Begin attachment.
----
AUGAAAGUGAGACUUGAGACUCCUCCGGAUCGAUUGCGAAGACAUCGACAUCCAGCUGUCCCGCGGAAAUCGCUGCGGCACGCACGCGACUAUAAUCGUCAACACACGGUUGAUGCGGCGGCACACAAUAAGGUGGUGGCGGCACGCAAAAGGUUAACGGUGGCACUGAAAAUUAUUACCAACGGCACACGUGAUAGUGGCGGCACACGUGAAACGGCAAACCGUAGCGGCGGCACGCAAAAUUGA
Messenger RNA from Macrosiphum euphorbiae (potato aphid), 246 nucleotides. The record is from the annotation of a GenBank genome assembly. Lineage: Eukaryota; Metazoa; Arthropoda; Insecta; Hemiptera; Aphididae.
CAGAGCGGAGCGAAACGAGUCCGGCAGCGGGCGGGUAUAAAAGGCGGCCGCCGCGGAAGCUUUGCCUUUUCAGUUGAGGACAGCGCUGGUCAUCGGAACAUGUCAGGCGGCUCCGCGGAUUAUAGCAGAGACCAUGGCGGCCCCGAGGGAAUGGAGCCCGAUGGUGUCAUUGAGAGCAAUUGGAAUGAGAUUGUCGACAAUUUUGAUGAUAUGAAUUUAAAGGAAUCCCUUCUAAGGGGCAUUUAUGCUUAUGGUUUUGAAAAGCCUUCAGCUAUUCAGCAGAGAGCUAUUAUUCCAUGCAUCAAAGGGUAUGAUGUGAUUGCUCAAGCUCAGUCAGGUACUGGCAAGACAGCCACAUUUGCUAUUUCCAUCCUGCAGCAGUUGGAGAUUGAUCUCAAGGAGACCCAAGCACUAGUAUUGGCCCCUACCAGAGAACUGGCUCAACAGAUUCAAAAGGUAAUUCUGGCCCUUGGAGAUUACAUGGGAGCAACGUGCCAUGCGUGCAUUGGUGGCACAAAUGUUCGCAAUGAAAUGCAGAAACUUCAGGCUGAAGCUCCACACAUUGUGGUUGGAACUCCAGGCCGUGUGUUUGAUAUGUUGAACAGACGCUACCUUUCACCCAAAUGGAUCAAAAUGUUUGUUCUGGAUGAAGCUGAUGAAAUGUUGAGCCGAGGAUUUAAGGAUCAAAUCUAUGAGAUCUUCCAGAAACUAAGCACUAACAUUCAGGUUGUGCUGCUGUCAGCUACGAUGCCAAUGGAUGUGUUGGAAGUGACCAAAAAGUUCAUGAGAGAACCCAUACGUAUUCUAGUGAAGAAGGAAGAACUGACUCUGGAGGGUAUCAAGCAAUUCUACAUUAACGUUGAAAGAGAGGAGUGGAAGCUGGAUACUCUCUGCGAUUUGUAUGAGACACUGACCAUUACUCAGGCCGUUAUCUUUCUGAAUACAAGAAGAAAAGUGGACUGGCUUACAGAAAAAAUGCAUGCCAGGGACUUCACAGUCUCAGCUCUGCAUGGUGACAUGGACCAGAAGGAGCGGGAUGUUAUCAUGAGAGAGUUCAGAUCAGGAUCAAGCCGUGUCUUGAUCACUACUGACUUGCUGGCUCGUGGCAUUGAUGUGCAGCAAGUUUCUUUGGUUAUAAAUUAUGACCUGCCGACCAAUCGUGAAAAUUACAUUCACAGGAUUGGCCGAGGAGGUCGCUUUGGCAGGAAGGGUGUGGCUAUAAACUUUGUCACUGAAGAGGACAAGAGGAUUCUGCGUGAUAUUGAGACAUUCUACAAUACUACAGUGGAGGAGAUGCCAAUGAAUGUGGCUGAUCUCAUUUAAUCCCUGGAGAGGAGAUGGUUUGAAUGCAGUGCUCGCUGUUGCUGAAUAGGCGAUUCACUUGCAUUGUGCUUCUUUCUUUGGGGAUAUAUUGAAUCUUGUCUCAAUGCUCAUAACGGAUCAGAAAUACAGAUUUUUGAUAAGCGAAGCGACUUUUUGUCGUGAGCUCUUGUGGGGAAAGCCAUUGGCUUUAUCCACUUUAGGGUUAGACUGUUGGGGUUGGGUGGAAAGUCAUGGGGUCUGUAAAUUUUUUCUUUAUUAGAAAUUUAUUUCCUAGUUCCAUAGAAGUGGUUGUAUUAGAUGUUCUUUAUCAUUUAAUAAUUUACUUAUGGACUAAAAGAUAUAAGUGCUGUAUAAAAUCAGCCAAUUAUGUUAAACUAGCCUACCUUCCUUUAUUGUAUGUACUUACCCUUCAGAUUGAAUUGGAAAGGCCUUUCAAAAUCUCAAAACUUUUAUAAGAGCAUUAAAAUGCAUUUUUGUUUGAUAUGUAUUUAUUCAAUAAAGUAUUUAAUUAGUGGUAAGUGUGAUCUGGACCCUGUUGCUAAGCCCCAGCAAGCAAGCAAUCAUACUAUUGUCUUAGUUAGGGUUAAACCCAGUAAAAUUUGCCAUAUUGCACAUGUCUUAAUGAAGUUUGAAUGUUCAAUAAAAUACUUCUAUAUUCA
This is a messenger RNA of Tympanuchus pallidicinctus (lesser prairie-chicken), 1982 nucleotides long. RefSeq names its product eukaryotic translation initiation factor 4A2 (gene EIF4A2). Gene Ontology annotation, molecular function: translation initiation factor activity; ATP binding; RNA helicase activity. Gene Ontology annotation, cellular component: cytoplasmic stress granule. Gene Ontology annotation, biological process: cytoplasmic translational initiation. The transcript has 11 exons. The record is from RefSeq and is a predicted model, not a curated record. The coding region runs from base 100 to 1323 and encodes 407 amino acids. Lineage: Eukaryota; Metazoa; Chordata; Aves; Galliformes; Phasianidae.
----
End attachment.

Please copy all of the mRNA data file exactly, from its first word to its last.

AUGAAAGUGAGACUUGAGACUCCUCCGGAUCGAUUGCGAAGACAUCGACAUCCAGCUGUCCCGCGGAAAUCGCUGCGGCACGCACGCGACUAUAAUCGUCAACACACGGUUGAUGCGGCGGCACACAAUAAGGUGGUGGCGGCACGCAAAAGGUUAACGGUGGCACUGAAAAUUAUUACCAACGGCACACGUGAUAGUGGCGGCACACGUGAAACGGCAAACCGUAGCGGCGGCACGCAAAAUUGA
Messenger RNA from Macrosiphum euphorbiae (potato aphid), 246 nucleotides. The record is from the annotation of a GenBank genome assembly. Lineage: Eukaryota; Metazoa; Arthropoda; Insecta; Hemiptera; Aphididae.
CAGAGCGGAGCGAAACGAGUCCGGCAGCGGGCGGGUAUAAAAGGCGGCCGCCGCGGAAGCUUUGCCUUUUCAGUUGAGGACAGCGCUGGUCAUCGGAACAUGUCAGGCGGCUCCGCGGAUUAUAGCAGAGACCAUGGCGGCCCCGAGGGAAUGGAGCCCGAUGGUGUCAUUGAGAGCAAUUGGAAUGAGAUUGUCGACAAUUUUGAUGAUAUGAAUUUAAAGGAAUCCCUUCUAAGGGGCAUUUAUGCUUAUGGUUUUGAAAAGCCUUCAGCUAUUCAGCAGAGAGCUAUUAUUCCAUGCAUCAAAGGGUAUGAUGUGAUUGCUCAAGCUCAGUCAGGUACUGGCAAGACAGCCACAUUUGCUAUUUCCAUCCUGCAGCAGUUGGAGAUUGAUCUCAAGGAGACCCAAGCACUAGUAUUGGCCCCUACCAGAGAACUGGCUCAACAGAUUCAAAAGGUAAUUCUGGCCCUUGGAGAUUACAUGGGAGCAACGUGCCAUGCGUGCAUUGGUGGCACAAAUGUUCGCAAUGAAAUGCAGAAACUUCAGGCUGAAGCUCCACACAUUGUGGUUGGAACUCCAGGCCGUGUGUUUGAUAUGUUGAACAGACGCUACCUUUCACCCAAAUGGAUCAAAAUGUUUGUUCUGGAUGAAGCUGAUGAAAUGUUGAGCCGAGGAUUUAAGGAUCAAAUCUAUGAGAUCUUCCAGAAACUAAGCACUAACAUUCAGGUUGUGCUGCUGUCAGCUACGAUGCCAAUGGAUGUGUUGGAAGUGACCAAAAAGUUCAUGAGAGAACCCAUACGUAUUCUAGUGAAGAAGGAAGAACUGACUCUGGAGGGUAUCAAGCAAUUCUACAUUAACGUUGAAAGAGAGGAGUGGAAGCUGGAUACUCUCUGCGAUUUGUAUGAGACACUGACCAUUACUCAGGCCGUUAUCUUUCUGAAUACAAGAAGAAAAGUGGACUGGCUUACAGAAAAAAUGCAUGCCAGGGACUUCACAGUCUCAGCUCUGCAUGGUGACAUGGACCAGAAGGAGCGGGAUGUUAUCAUGAGAGAGUUCAGAUCAGGAUCAAGCCGUGUCUUGAUCACUACUGACUUGCUGGCUCGUGGCAUUGAUGUGCAGCAAGUUUCUUUGGUUAUAAAUUAUGACCUGCCGACCAAUCGUGAAAAUUACAUUCACAGGAUUGGCCGAGGAGGUCGCUUUGGCAGGAAGGGUGUGGCUAUAAACUUUGUCACUGAAGAGGACAAGAGGAUUCUGCGUGAUAUUGAGACAUUCUACAAUACUACAGUGGAGGAGAUGCCAAUGAAUGUGGCUGAUCUCAUUUAAUCCCUGGAGAGGAGAUGGUUUGAAUGCAGUGCUCGCUGUUGCUGAAUAGGCGAUUCACUUGCAUUGUGCUUCUUUCUUUGGGGAUAUAUUGAAUCUUGUCUCAAUGCUCAUAACGGAUCAGAAAUACAGAUUUUUGAUAAGCGAAGCGACUUUUUGUCGUGAGCUCUUGUGGGGAAAGCCAUUGGCUUUAUCCACUUUAGGGUUAGACUGUUGGGGUUGGGUGGAAAGUCAUGGGGUCUGUAAAUUUUUUCUUUAUUAGAAAUUUAUUUCCUAGUUCCAUAGAAGUGGUUGUAUUAGAUGUUCUUUAUCAUUUAAUAAUUUACUUAUGGACUAAAAGAUAUAAGUGCUGUAUAAAAUCAGCCAAUUAUGUUAAACUAGCCUACCUUCCUUUAUUGUAUGUACUUACCCUUCAGAUUGAAUUGGAAAGGCCUUUCAAAAUCUCAAAACUUUUAUAAGAGCAUUAAAAUGCAUUUUUGUUUGAUAUGUAUUUAUUCAAUAAAGUAUUUAAUUAGUGGUAAGUGUGAUCUGGACCCUGUUGCUAAGCCCCAGCAAGCAAGCAAUCAUACUAUUGUCUUAGUUAGGGUUAAACCCAGUAAAAUUUGCCAUAUUGCACAUGUCUUAAUGAAGUUUGAAUGUUCAAUAAAAUACUUCUAUAUUCA
This is a messenger RNA of Tympanuchus pallidicinctus (lesser prairie-chicken), 1982 nucleotides long. RefSeq names its product eukaryotic translation initiation factor 4A2 (gene EIF4A2). Gene Ontology annotation, molecular function: translation initiation factor activity; ATP binding; RNA helicase activity. Gene Ontology annotation, cellular component: cytoplasmic stress granule. Gene Ontology annotation, biological process: cytoplasmic translational initiation. The transcript has 11 exons. The record is from RefSeq and is a predicted model, not a curated record. The coding region runs from base 100 to 1323 and encodes 407 amino acids. Lineage: Eukaryota; Metazoa; Chordata; Aves; Galliformes; Phasianidae.